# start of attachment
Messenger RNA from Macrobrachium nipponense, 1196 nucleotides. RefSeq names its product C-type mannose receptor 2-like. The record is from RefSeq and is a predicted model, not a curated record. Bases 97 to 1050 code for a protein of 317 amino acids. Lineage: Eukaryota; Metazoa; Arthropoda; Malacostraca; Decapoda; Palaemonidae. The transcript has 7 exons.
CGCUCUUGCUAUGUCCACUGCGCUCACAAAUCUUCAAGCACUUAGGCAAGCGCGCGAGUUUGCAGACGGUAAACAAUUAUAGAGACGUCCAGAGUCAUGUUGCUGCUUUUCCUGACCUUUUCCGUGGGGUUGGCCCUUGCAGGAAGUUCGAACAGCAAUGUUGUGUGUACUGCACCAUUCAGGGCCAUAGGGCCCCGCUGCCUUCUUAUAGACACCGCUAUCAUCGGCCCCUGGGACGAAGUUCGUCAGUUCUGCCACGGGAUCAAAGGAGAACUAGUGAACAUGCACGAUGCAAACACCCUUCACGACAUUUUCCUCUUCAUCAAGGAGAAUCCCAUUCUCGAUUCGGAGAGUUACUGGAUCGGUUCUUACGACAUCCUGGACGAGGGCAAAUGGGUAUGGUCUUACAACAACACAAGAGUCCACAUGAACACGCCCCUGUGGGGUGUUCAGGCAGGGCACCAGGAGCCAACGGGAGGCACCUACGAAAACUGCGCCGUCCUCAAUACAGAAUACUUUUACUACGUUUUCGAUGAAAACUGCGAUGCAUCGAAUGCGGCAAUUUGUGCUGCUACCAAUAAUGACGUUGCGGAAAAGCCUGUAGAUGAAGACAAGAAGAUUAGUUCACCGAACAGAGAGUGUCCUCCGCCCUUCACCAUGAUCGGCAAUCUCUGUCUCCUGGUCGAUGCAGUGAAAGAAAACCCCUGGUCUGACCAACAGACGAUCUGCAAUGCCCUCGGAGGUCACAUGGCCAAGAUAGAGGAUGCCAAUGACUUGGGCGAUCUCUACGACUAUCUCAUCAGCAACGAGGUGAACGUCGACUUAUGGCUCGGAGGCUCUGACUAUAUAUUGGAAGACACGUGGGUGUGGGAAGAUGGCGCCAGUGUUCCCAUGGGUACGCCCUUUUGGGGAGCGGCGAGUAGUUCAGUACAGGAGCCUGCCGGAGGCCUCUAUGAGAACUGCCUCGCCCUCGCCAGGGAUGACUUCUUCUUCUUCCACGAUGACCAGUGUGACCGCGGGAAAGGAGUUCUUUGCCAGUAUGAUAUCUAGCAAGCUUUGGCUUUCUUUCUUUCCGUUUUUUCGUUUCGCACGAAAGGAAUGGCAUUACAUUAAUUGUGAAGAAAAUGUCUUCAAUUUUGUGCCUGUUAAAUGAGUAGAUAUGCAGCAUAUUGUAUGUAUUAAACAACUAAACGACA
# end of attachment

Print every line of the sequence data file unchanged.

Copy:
Messenger RNA from Macrobrachium nipponense, 1196 nucleotides. RefSeq names its product C-type mannose receptor 2-like. The record is from RefSeq and is a predicted model, not a curated record. Bases 97 to 1050 code for a protein of 317 amino acids. Lineage: Eukaryota; Metazoa; Arthropoda; Malacostraca; Decapoda; Palaemonidae. The transcript has 7 exons.
CGCUCUUGCUAUGUCCACUGCGCUCACAAAUCUUCAAGCACUUAGGCAAGCGCGCGAGUUUGCAGACGGUAAACAAUUAUAGAGACGUCCAGAGUCAUGUUGCUGCUUUUCCUGACCUUUUCCGUGGGGUUGGCCCUUGCAGGAAGUUCGAACAGCAAUGUUGUGUGUACUGCACCAUUCAGGGCCAUAGGGCCCCGCUGCCUUCUUAUAGACACCGCUAUCAUCGGCCCCUGGGACGAAGUUCGUCAGUUCUGCCACGGGAUCAAAGGAGAACUAGUGAACAUGCACGAUGCAAACACCCUUCACGACAUUUUCCUCUUCAUCAAGGAGAAUCCCAUUCUCGAUUCGGAGAGUUACUGGAUCGGUUCUUACGACAUCCUGGACGAGGGCAAAUGGGUAUGGUCUUACAACAACACAAGAGUCCACAUGAACACGCCCCUGUGGGGUGUUCAGGCAGGGCACCAGGAGCCAACGGGAGGCACCUACGAAAACUGCGCCGUCCUCAAUACAGAAUACUUUUACUACGUUUUCGAUGAAAACUGCGAUGCAUCGAAUGCGGCAAUUUGUGCUGCUACCAAUAAUGACGUUGCGGAAAAGCCUGUAGAUGAAGACAAGAAGAUUAGUUCACCGAACAGAGAGUGUCCUCCGCCCUUCACCAUGAUCGGCAAUCUCUGUCUCCUGGUCGAUGCAGUGAAAGAAAACCCCUGGUCUGACCAACAGACGAUCUGCAAUGCCCUCGGAGGUCACAUGGCCAAGAUAGAGGAUGCCAAUGACUUGGGCGAUCUCUACGACUAUCUCAUCAGCAACGAGGUGAACGUCGACUUAUGGCUCGGAGGCUCUGACUAUAUAUUGGAAGACACGUGGGUGUGGGAAGAUGGCGCCAGUGUUCCCAUGGGUACGCCCUUUUGGGGAGCGGCGAGUAGUUCAGUACAGGAGCCUGCCGGAGGCCUCUAUGAGAACUGCCUCGCCCUCGCCAGGGAUGACUUCUUCUUCUUCCACGAUGACCAGUGUGACCGCGGGAAAGGAGUUCUUUGCCAGUAUGAUAUCUAGCAAGCUUUGGCUUUCUUUCUUUCCGUUUUUUCGUUUCGCACGAAAGGAAUGGCAUUACAUUAAUUGUGAAGAAAAUGUCUUCAAUUUUGUGCCUGUUAAAUGAGUAGAUAUGCAGCAUAUUGUAUGUAUUAAACAACUAAACGACA